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New research centre set to address impacts of climate on business

As the effects of climate change are increasingly felt around the world, one new collaborative research centre has set its sight on bolstering the resilience of businesses and economies in the Pacific region.

Monash University has partnered with Fiji National University (FNU) to launch the world-first Pacific Action for Climate Transitions (PACT) research centre, with research output based across both universities focusing on the critical links between climate change and business. 

The PACT partnership's key aim is to lead academic research into the economic implications of climate change in support of policymakers seeking to more effectively fund adaptation measures in the Pacific region. In addition to its research focus, the PACT centre will provide training and capacity building for local policymakers.

Acting Vice-Chancellor Professor Unaisi Nabobo-Baba said FNU is pleased to collaborate with neighbouring partners in addressing the issues associated with the global challenge of climate action.

“Fiji is one of the many Pacific Island countries facing the drastic impacts of climate change on our nation and the livelihoods of many of our citizens,” she said.

“[The PACT] centre will enable the conduct of evidence-based research in climate change by academics from both institutions to inform policies and practice in the field. Pacific people will gain access to new knowledge that will enable them to address a myriad of climate change issues by research that is conducted for our people, by our people.”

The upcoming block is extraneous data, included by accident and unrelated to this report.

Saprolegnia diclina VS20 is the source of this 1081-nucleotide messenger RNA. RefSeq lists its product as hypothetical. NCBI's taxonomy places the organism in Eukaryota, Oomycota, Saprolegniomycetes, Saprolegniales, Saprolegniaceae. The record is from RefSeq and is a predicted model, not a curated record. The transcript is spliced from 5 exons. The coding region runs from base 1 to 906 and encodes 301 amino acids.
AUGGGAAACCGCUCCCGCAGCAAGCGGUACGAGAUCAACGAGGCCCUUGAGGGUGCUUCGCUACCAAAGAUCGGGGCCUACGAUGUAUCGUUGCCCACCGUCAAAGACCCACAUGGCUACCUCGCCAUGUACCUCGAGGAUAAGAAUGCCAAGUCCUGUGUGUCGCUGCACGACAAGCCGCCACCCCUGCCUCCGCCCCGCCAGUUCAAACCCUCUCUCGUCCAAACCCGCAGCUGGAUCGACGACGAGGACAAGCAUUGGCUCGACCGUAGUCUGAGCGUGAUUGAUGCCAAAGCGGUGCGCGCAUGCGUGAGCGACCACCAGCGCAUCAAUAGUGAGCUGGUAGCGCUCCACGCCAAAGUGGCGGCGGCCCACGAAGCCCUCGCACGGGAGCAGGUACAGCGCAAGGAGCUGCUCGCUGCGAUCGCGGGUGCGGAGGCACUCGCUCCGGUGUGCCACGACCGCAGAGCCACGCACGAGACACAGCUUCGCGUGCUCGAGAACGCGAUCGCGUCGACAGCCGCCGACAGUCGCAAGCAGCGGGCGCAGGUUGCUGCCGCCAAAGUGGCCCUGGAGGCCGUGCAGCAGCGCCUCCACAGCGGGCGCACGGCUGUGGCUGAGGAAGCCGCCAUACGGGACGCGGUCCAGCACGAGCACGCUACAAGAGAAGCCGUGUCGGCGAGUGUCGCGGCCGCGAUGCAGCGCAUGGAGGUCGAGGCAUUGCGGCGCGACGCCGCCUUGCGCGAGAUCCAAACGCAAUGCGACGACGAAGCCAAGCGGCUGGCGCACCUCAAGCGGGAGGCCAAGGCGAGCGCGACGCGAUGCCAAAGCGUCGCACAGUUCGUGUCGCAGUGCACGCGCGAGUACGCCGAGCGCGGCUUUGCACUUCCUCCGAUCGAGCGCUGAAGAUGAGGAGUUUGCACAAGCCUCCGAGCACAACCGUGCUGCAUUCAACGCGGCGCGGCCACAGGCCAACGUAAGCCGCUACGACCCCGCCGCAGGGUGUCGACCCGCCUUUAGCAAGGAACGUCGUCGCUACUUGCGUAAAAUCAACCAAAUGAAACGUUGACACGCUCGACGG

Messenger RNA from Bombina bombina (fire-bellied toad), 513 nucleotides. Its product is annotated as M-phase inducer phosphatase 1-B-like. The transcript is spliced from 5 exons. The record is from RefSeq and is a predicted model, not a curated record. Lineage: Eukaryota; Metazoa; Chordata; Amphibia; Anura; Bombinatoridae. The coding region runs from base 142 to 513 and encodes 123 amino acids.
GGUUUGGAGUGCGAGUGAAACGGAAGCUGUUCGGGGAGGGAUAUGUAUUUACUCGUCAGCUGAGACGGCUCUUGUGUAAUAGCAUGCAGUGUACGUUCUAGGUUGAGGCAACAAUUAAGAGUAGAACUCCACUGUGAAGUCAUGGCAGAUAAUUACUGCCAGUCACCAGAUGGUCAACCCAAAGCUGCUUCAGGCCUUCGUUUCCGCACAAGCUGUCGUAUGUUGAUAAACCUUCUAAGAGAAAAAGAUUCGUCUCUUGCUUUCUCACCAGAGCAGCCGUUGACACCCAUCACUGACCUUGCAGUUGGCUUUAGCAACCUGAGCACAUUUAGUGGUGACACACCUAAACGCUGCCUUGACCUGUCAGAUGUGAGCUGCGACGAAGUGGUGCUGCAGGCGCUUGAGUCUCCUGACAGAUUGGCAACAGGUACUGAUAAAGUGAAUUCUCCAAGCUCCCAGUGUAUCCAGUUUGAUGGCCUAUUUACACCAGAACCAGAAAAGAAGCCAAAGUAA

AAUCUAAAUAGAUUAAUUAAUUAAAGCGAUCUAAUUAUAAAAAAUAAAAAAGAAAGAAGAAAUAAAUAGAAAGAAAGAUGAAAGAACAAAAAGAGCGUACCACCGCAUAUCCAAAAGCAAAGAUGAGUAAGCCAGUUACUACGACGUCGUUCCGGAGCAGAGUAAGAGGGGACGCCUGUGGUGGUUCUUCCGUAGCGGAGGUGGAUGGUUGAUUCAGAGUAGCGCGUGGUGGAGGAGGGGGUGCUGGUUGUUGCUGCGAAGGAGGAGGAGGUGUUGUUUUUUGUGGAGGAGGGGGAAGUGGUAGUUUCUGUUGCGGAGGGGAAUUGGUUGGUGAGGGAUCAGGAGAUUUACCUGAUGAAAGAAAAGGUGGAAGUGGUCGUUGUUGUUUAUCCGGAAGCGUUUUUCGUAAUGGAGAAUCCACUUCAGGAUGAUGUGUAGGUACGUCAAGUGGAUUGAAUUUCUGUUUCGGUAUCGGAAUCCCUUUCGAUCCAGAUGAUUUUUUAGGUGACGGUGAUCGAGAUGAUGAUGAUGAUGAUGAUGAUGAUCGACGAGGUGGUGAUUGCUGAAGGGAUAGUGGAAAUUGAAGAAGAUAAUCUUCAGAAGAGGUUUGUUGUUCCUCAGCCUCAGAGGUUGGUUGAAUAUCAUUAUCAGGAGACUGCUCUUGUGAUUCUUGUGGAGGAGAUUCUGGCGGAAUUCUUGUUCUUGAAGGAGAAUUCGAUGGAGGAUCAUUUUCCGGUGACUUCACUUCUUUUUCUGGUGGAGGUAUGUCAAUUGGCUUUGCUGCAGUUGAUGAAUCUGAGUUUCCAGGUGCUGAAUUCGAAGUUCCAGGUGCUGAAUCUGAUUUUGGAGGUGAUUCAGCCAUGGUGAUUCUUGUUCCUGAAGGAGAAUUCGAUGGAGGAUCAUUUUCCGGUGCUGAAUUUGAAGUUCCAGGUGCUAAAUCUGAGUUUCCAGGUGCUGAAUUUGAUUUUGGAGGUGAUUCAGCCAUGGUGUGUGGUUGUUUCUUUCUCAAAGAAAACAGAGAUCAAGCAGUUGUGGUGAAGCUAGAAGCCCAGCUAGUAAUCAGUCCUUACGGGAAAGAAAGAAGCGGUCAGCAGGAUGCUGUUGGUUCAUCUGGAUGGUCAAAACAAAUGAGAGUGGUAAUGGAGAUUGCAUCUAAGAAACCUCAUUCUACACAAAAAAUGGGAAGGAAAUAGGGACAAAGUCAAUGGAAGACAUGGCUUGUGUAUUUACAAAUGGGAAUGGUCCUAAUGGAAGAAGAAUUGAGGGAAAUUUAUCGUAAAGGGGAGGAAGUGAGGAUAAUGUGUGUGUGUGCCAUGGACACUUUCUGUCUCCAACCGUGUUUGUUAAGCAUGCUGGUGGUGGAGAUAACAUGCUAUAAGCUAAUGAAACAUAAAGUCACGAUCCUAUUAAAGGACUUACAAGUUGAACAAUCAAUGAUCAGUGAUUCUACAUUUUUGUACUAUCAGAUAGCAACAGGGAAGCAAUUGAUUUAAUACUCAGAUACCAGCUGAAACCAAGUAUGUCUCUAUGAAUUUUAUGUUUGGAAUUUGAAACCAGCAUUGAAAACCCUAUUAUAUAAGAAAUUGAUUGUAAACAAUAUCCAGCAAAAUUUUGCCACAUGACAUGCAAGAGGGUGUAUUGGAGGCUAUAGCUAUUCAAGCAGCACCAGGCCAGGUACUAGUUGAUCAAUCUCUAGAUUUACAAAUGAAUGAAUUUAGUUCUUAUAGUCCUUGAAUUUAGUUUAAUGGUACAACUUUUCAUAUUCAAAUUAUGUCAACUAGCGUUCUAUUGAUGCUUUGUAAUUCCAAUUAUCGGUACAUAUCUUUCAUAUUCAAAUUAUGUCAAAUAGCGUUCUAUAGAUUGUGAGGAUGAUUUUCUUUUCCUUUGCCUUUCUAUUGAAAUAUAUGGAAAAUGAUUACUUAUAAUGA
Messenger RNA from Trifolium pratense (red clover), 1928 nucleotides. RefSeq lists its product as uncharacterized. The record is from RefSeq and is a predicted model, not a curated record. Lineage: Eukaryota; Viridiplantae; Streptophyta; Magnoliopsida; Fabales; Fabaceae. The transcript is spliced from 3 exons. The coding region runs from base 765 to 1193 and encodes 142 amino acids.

Monash University Business School Professor, and the Founding Director of PACT, Paresh Narayan said that, while the PACT centre will certainly have a Pacific region focus, the learnings and innovative developments generated will be globally significant and applicable. 

“For Monash to go into Fiji and shake hands with a small university on a global subject signifies the importance that Monash places on climate change as a global challenge for not only Pacific island countries, but global citizens. It’s a very proud moment for me as a Pacific Islander – as a Fijian – to see this partnership come to fruition,” Narayan said.

“PACT is set to become a global leader when it comes to climate change solutions from a business and economics point of view. The solutions that come out of PACT will be relevant to the world. Every country is or will soon be facing the same kind of problems.”

Climate economy 

While there has been a boom in scientific research outputs around climate change in the past couple of decades, Narayan said the focus on the economic implications of climate change has only recently started to gain traction, and much more research is needed. 

“When it comes to climate change research in general, it’s usually more scientific. And there is nothing wrong with that. There has certainly been a demand for scientific evidence. We need to understand that temperatures are increasing and by how much,” he said. 

“But in 2016, the UNFCCC announced a climate financing regime in support of developed countries seeking to offer financing to developing and smaller island nations, such as Fiji, to mitigate against the risk of climate change. 

“That’s when the business and economic side of climate risk really started to take off. And it’s an important focus because a lot of climate change adaptation and mitigation has to do with business and economics.